The people we interview from our church body are more than just raw materials for stories. They are brothers and sisters in Christ, many of whom have been through some really challenging times. So my first goal is to love them, respect them, and provide any counsel and encouragement that might be appropriate.
Brian Lundin is the Lead Writer and Producer for the Austin Stone Story Team. Brian has written for Story Team for four years, and leads the writing team with his wife, Lindsey. You can find Brian on Twitter at @blundin.
Story Team: What is the first thing you do when you receive a story assignment?
Brian Lundin: Because we only have three weeks to get two interviews and the first draft done, I contact the subject right away. With the inevitable scheduling conflicts to come, I’ve found it’s better to move quickly with getting the interviews booked.
Then, I read the backstory. We send the writers and photographers the information that the subjects submitted to Story Team. For me, it’s very important to start thinking about the backstory right away for a couple of reasons. First, it gives me a chance to begin praying about the story. I pray for God to give the subject the courage to be vulnerable, and I pray for him to give me the insight and wisdom needed for the story. Second, I start to think about the narrative presented in the backstory. I like to identify key moments and characters early so I’m familiar with the story. It helps so much to have some initial thoughts and know the key players going into the interview. I try to be careful not to force an artificial narrative on the story, but having some idea of the story’s shape is a good idea.
This particular story had some snags in getting published. How do you respond as a writer when this happens?
Well, the snags were all on my end this time. A career change and major life events pushed out my first draft for months. I’m thankful that our team has a culture of grace. Deadlines are important, of course, but we’ve always given leeway to artists when they need it.
Once I was able to sit down and write the first draft, I had to get back into the same mental place I was when I finished the interview. I normally like to leave as much space as I can between the interview and the first draft because my subconscious usually cranks away at the narrative and the approach I want to take. But in this case, I was so far out that I had to sit down with the interview recording a relive it. I listened to it twice, taking very detailed notes the second time. That’s not my normal process, but it was really helpful in this case.
How do you define your role as a writer? What do you want to accomplish in the process of helping someone share their story?
Because of the way we tell our written stories, the writer wears several different hats. First and foremost, I believe we are supposed to care for our subjects. The people we interview from our church body are more than just raw materials for stories. They are brothers and sisters in Christ, many of whom have been through some really challenging times. So my first goal is to love them, respect their story, and provide any counsel and encouragement that might be appropriate.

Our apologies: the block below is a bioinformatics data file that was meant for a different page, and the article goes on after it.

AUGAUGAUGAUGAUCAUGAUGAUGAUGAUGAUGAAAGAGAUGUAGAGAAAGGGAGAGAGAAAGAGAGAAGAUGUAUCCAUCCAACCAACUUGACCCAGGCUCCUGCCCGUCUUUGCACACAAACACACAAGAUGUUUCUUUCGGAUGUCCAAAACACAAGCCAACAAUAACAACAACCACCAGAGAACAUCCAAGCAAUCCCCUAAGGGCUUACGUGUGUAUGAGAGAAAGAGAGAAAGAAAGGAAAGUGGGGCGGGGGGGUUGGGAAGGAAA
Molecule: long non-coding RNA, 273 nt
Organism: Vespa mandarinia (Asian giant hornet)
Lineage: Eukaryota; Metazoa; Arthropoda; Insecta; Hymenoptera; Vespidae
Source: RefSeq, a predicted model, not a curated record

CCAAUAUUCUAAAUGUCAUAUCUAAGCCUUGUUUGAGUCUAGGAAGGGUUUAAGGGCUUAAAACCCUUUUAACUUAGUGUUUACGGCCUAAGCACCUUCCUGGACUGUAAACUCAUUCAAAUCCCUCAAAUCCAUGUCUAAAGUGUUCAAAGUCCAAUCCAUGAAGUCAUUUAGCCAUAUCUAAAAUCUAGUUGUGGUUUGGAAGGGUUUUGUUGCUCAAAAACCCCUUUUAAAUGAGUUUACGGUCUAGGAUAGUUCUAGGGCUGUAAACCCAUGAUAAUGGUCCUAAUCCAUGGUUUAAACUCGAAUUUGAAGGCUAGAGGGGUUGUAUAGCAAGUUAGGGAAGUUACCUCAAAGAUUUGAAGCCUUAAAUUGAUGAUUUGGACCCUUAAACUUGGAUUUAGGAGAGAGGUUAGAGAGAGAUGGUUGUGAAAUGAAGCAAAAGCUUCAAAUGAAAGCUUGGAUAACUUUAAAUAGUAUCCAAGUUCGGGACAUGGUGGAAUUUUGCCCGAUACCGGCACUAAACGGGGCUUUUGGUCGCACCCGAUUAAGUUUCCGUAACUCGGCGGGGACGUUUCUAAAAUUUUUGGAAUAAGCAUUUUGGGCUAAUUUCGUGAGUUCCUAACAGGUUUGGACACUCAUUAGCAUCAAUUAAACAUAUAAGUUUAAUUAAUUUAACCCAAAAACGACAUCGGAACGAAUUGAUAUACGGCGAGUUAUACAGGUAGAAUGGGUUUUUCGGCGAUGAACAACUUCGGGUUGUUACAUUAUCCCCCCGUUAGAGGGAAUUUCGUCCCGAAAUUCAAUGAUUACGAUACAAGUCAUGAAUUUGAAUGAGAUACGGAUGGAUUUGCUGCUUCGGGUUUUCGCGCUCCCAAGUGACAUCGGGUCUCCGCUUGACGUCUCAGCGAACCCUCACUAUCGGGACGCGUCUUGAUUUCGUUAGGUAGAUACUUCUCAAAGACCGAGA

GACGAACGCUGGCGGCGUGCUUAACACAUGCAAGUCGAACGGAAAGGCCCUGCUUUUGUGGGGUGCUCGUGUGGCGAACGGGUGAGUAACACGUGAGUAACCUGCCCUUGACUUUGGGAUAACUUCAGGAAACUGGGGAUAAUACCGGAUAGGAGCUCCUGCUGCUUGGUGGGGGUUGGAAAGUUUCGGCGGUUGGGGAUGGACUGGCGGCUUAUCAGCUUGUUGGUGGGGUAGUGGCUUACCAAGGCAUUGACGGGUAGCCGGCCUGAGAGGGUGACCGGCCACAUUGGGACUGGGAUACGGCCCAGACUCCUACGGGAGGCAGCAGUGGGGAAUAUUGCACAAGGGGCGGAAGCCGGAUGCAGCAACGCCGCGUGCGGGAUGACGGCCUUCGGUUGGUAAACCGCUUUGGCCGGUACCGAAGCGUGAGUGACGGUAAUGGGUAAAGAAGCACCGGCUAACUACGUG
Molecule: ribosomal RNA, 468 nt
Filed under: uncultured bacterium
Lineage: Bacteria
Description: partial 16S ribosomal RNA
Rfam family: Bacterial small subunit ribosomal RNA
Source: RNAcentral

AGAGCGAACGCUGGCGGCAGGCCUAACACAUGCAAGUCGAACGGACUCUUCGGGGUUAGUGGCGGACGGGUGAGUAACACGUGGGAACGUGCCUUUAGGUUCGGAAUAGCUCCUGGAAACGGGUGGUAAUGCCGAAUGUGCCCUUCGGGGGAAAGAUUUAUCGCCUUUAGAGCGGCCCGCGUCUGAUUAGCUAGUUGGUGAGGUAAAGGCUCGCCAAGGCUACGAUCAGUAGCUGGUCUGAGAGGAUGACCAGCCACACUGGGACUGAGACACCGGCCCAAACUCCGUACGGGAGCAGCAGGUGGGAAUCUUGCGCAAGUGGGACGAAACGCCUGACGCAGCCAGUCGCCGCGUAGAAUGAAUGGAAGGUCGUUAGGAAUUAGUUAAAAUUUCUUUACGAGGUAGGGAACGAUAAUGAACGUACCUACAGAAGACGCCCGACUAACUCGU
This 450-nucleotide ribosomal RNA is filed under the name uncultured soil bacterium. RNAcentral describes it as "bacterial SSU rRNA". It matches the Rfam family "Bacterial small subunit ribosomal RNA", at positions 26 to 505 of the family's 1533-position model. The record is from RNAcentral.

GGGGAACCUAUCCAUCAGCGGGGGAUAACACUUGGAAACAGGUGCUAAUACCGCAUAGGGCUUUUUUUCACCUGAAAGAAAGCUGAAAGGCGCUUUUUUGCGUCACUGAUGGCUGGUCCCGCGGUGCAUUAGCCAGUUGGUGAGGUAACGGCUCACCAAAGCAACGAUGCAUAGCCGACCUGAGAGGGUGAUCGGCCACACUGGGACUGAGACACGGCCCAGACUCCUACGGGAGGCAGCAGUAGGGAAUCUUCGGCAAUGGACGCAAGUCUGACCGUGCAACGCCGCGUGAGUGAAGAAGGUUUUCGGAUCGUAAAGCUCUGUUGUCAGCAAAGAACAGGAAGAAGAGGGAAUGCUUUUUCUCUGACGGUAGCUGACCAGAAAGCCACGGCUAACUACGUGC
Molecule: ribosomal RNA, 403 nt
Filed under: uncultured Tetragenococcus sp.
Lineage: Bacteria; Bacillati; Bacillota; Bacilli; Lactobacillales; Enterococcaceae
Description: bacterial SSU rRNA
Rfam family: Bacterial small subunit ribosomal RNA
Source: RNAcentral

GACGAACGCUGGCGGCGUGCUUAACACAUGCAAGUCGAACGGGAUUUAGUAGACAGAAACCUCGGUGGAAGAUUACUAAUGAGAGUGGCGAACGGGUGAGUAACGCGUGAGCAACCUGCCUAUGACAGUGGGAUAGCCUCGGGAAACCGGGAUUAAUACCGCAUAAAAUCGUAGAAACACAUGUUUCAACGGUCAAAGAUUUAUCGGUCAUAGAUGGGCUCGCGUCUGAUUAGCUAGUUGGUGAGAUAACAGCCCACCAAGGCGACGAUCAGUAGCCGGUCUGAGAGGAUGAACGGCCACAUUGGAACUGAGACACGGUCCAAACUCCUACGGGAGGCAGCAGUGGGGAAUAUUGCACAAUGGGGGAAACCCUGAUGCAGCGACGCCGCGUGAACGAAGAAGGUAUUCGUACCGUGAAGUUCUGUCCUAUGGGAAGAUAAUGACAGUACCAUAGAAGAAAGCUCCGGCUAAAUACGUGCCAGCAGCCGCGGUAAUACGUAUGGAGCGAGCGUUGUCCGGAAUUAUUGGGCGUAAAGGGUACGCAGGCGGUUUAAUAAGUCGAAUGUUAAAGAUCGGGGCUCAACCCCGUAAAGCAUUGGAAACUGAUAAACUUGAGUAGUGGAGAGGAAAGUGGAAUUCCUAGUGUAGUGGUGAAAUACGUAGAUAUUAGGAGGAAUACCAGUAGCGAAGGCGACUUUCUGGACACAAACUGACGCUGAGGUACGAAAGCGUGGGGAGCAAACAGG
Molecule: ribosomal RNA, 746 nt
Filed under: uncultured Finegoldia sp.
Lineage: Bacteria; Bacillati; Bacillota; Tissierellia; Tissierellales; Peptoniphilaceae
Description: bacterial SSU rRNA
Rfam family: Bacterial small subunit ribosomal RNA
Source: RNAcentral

Second, my role is to understand the story from their point of view. God has grown my empathy tremendously over the last five years, and I’ve found it important when writing these stories. As the writer, we have to tell people’s stories honestly and with integrity, and that starts with understanding their view of it.
But then we have to step out of their point of view and look at it from an outsider’s perspective. I ask myself, What can I see that they don’t? The truth is that many people don’t see every aspect of their own story. Our perceptions color everything we see, even how God is working in our own lives. So not only do I try to observe the story from my point of view, but in stories like this one, I will even interview other people who are close to the story.
How do you respond to tough feedback or edits from an editor?
I think this is an area where God has really changed my heart. My fellow Story Team leaders and our editors have played a big part in that. I don’t mind critical feedback—I tend to thrive on it. I’m a big believer that if I want to improve in anything, it’s very important to know what my mistakes are.
That’s easy with feedback about my job or personal interactions, but much harder with my writing. Early on with Story Team I tended to take tough feedback with great umbrage. I often saw it as a judgement on my talent, or lack thereof.
But between praying for God to make me more humble, and the kind hearts through which our editors give feedback, my heart changed. I now have a much healthier appreciation for good, critical feedback. In fact, I routinely seek out critical feedback on all of my work.
For this story, I was asked by our Lead Editor to work on the end of the story and cut several hundred words. This piece, as published, is about 30% longer than we normally publish, and the first draft was about 300 words longer still. The editor felt the second half of the narrative was not tight or compelling enough. She thought most readers would bail. Once I read it with fresh eyes, I agreed with her. I took the second half apart by cutting a lot of commentary and reducing it to the bare bones plot points. Once that was done, the last paragraph took shape quite easily with the quote from Shawn’s wife. Our editor was right—the story was much stronger for the changes.